WattStopper has launched two powerful daylighting sensors that allow engineers, building owners and installers unprecedented options when designing, purchasing and implementing daylight harvesting systems. The new LMLS-400 and LMLS-500 may be used for switching or dimming applications, and are specifically designed for easy integration with occupancy sensors and other lighting controls. Both digital photosensors include a two-way infrared (IR) transceiver for communication with a wireless configuration tool, and the LMLS-400 features automatic commissioning for either switching or dimming, an industry first. By developing both open and closed loop control solutions for a full range of dimming and switching control strategies, WattStopper now offers the most complete and most flexible range of daylighting control options on the market.
The LMLS-400 is a single-zone closed loop photosensor that can be installed on a ceiling or in a lighting fixture. The LMLS-500 is a multi-zone open loop photosensor designed to mount on a ceiling or in the light well of a skylight, and control up to three lighting zones. Either sensor can be configured for on/off switching, bi-level or tri-level step switching or step dimming, or continuous dimming for each controlled zone. The digital photosensors are part of WattStopper’s Digital Lighting Management product line, and connect to room controllers and other devices using Cat 5e cables with RJ45 connectors on a free topology room network.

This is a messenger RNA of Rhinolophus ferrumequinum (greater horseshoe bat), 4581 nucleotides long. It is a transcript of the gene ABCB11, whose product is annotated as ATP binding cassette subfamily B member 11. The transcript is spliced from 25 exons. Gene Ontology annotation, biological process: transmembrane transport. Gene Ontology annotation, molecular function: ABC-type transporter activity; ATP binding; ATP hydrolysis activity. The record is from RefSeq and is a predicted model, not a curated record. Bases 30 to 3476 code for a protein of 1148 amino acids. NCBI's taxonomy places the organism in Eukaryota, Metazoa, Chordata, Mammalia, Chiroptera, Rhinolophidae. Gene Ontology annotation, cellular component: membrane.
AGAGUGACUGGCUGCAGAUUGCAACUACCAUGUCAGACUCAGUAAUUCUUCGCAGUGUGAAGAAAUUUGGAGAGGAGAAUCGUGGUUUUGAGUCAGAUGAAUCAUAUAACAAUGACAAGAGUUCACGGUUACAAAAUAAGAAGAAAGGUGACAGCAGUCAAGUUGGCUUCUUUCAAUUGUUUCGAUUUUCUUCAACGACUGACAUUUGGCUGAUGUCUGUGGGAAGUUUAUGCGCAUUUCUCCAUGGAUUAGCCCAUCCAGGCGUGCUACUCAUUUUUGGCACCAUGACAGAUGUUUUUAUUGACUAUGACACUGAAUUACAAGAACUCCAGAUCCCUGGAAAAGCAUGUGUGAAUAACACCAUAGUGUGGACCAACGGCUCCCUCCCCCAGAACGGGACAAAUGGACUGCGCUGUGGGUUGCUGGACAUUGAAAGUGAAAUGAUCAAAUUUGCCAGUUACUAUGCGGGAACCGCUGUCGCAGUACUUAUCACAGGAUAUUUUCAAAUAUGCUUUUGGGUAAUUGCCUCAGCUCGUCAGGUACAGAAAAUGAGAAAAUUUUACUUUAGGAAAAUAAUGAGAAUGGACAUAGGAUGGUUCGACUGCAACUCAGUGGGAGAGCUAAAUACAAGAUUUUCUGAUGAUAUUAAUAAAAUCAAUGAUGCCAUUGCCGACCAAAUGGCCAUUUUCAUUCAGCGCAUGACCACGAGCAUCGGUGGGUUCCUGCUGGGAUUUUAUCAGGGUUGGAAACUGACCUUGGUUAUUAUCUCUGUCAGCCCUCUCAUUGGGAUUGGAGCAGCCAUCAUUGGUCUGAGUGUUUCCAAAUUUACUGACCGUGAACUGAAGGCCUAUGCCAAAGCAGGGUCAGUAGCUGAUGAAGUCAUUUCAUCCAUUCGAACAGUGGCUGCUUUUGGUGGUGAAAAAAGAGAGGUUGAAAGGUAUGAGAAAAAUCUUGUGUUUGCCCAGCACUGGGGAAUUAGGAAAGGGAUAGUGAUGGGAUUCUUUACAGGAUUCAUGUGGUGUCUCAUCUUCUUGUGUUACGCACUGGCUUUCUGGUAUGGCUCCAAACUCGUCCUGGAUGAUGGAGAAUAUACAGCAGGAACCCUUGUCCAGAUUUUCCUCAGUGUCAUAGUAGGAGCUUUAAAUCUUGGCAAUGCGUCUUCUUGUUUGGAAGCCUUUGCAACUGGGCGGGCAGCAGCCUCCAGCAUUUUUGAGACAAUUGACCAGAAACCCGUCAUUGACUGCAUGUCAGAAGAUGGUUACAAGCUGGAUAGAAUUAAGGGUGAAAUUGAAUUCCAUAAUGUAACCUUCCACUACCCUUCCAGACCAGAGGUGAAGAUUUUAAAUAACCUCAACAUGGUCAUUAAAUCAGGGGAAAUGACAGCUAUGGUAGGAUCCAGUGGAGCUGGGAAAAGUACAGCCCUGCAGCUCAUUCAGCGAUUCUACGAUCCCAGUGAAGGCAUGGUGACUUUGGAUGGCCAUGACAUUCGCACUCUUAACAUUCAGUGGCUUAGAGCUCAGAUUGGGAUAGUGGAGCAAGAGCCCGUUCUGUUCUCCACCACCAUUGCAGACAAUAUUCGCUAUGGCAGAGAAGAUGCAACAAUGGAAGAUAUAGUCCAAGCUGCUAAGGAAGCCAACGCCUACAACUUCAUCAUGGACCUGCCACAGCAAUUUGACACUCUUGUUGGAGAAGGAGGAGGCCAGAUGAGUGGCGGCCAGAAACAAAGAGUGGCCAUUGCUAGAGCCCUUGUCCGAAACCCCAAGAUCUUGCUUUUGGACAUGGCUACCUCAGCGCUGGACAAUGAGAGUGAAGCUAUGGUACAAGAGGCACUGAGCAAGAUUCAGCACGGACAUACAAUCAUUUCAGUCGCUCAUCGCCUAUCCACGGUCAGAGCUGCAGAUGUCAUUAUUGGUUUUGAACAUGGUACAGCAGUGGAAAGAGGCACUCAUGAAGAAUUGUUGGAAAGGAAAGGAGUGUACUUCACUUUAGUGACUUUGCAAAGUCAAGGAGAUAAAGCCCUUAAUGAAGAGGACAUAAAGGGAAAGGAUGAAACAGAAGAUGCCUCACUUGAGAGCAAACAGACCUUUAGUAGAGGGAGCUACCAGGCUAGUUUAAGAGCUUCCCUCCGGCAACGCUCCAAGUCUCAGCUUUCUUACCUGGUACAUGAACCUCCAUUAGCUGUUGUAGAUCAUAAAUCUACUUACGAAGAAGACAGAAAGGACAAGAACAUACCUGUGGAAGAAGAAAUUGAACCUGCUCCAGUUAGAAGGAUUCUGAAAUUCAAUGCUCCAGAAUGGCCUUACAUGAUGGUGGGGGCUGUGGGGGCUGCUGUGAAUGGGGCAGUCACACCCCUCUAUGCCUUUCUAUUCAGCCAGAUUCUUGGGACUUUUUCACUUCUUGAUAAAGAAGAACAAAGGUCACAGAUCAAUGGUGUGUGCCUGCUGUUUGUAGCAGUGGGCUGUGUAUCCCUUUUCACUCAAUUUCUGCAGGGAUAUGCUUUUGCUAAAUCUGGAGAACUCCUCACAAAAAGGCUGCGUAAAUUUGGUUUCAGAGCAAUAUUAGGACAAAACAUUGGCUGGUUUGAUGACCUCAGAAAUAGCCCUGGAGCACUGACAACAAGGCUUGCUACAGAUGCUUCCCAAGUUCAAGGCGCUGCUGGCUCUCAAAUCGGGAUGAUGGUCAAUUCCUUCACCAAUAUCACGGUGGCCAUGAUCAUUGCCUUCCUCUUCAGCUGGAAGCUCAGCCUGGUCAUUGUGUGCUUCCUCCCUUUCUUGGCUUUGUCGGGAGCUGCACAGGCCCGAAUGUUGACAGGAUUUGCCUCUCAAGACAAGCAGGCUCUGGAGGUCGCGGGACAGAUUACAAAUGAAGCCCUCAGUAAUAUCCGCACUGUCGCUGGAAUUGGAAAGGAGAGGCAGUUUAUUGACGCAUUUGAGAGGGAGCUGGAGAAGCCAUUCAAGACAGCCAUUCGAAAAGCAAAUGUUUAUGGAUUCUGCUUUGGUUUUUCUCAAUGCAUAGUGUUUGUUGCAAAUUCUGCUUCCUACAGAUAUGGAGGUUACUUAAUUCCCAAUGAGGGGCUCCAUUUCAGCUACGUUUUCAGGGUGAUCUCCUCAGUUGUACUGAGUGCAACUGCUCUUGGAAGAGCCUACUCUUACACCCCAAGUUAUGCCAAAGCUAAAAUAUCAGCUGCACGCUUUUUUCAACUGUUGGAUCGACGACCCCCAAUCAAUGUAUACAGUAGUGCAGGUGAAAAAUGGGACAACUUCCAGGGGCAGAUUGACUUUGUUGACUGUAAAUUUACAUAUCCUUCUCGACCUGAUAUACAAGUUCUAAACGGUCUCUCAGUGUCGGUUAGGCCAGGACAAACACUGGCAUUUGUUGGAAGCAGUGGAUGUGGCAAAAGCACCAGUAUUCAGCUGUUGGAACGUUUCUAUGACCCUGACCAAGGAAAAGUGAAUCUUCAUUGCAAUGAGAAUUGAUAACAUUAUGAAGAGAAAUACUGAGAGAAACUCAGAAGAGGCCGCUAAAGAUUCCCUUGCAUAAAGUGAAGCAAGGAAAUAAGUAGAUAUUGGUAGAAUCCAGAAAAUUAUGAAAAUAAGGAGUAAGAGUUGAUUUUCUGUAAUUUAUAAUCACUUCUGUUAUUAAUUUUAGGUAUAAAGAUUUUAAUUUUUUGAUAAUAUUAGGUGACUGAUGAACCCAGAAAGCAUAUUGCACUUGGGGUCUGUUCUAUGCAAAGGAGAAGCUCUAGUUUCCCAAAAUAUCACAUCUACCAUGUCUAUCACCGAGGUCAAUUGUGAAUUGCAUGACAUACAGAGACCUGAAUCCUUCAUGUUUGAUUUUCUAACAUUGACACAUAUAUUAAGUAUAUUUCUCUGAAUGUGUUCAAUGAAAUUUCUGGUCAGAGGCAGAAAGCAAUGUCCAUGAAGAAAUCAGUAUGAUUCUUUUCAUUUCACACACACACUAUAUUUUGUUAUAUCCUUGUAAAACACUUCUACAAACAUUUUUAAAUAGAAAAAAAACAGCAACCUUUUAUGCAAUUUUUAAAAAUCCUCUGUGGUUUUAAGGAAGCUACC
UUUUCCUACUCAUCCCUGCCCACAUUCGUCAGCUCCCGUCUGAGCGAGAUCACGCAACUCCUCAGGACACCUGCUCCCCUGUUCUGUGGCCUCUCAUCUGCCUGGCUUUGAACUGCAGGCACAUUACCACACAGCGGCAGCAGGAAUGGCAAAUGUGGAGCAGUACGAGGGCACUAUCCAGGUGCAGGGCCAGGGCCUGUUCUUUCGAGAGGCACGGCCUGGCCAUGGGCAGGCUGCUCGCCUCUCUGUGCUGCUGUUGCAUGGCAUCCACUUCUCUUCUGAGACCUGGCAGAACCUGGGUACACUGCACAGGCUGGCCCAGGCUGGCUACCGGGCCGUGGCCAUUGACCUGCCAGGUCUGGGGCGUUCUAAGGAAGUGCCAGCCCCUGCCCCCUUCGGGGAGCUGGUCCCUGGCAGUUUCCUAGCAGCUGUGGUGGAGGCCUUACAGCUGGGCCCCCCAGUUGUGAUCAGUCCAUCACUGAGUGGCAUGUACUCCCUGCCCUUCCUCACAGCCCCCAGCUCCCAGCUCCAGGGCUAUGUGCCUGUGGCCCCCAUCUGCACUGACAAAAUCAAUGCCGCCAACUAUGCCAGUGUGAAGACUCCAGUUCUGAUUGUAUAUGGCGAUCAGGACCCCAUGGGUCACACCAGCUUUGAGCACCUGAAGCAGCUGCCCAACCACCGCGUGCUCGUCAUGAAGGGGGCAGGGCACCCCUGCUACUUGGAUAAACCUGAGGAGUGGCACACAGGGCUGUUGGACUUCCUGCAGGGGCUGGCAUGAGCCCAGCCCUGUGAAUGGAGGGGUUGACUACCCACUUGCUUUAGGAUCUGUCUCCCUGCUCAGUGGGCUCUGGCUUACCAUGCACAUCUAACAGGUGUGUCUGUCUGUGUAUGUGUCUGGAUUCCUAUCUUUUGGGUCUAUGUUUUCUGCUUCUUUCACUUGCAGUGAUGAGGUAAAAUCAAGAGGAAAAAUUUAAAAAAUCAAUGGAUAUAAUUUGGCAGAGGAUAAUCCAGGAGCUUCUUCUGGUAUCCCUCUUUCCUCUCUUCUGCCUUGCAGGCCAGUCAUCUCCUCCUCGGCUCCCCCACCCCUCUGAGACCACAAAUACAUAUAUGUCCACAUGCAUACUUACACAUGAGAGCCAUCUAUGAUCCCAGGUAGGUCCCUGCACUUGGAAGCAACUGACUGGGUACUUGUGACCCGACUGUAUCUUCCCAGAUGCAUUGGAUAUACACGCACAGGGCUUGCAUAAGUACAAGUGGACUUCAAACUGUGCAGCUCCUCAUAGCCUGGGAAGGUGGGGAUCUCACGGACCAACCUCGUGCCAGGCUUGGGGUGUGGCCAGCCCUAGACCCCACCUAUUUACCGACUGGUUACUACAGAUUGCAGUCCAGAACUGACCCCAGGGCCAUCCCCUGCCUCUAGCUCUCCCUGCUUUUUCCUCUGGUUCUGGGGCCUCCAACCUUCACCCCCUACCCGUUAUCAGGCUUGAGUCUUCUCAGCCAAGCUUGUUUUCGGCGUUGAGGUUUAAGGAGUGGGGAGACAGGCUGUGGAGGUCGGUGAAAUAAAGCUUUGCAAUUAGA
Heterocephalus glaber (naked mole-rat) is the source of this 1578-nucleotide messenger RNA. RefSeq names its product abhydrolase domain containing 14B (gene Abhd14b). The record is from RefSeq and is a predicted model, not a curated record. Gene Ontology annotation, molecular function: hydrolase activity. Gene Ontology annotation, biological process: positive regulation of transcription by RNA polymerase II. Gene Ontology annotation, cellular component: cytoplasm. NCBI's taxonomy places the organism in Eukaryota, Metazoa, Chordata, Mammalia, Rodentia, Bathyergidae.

A convenient menu-based handheld wireless tool is used for sensor configuration. The wireless tool also initiates the self-commissioning process for the LMLS-400, and prompts users to input light levels in order to quickly commission the LMLS-500. Once the LMLS-500 receives measured light levels for each control zone, it automatically recommends setpoints, greatly simplifying the setup process compared to other open loop daylighting controls.
The digital photosensors can be easily exchanged for one another if they were not specified correctly, or added to a DLM network or if the project requirements change. Both photosensors detect only the visible portion of the lighting spectrum to precisely measure and control light levels, which prevents over -or under-dimming, and ensures occupant satisfaction.